Like much of the information here, “still symptom-free” on the plane is tentative and may turn out false. Duncan passed whatever temperature exit screening was in use at Monrovia’s airport. Nobody has come forward to say he looked ill on any plane or in any airport (unlike the way the late Liberian-American Patrick Sawyer looked in July, after his sister died of Ebola and he flew while sick from Monrovia to Lome to Accra to Lagos, Nigeria – where he started a chain of Ebola that infected about 20 Nigerians). If Duncan had symptoms while flying, they escaped notice, perhaps even his own. Or perhaps they were mild enough that he got away with hiding them, just as he got away with lying on his Liberian exit paperwork about having had no contact with any Ebola sufferers. It’s not hard to guess why a Monrovia resident who thought he probably had Ebola might want to escape to the United States, especially if he already had a ticket and friends and family waiting at the other end.
On September 30, CDC Director Tom Frieden said Duncan posed “zero risk” to his airplane seatmates. That is almost certainly true if he was asymptomatic on his flights. For sure he posed a lot less risk to his fellow passengers than he did five days later to his housemates, EMTs, nurses, and doctors.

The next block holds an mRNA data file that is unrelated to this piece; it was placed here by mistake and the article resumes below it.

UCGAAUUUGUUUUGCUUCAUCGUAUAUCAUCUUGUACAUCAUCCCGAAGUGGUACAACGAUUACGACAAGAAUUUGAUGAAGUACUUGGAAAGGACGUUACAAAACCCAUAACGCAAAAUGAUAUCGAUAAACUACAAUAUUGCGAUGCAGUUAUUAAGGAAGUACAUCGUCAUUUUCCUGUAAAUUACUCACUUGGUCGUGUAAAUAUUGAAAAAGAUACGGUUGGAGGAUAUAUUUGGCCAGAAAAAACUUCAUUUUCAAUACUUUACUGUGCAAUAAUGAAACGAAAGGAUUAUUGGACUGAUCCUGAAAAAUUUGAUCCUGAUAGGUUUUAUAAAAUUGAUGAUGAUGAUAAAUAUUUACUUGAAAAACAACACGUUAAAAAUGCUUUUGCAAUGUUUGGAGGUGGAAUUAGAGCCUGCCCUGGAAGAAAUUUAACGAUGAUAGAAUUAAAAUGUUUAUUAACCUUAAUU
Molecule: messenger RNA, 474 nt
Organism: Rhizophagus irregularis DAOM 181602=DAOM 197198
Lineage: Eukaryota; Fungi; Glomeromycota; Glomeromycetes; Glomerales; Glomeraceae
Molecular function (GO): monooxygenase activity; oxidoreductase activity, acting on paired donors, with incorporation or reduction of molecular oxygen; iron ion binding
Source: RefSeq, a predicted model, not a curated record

According to one small study of symptom duration in a different Ebola epidemic, “Patients presented to an Ebola ward after a mean self-reported delay of 3.5 days (range 0 to 8) following symptom onset.” Duncan sought medical care late September 25; he flew September 19–20, five to six days earlier – well within the study’s range. So although Duncan has said his symptoms started about September 24, it isn’t beyond the realm of possibility that he might have begun feeling sick on one of his flights, five to six days before he made his futile and potentially tragic first trip to Texas Health Dallas Presbyterian Hospital.
After all he had just been through – his recent nightmarish experiences in Monrovia, his emerging illness, his culture shock – Duncan might not have been thinking very clearly when he got to the hospital late on September 25.
4. Terror, panic, or denial?
We can only try to imagine Duncan’s state of mind that night in the Texas Health Dallas emergency room. He knew that he had been exposed to Ebola, big time. He knew firsthand that Ebola was highly lethal. And he knew that he was sick, and getting sicker.
- He might have been terrified.
Terror is a level of emotional arousal that’s too high – high enough to interfere with clear thinking and wise precaution-taking. We define “fear” as the level of emotional arousal that’s conducive to the wisest precaution-taking in an urgent crisis situation. “Concern” is too low. “Terror” is too high.
- He might have been panicking.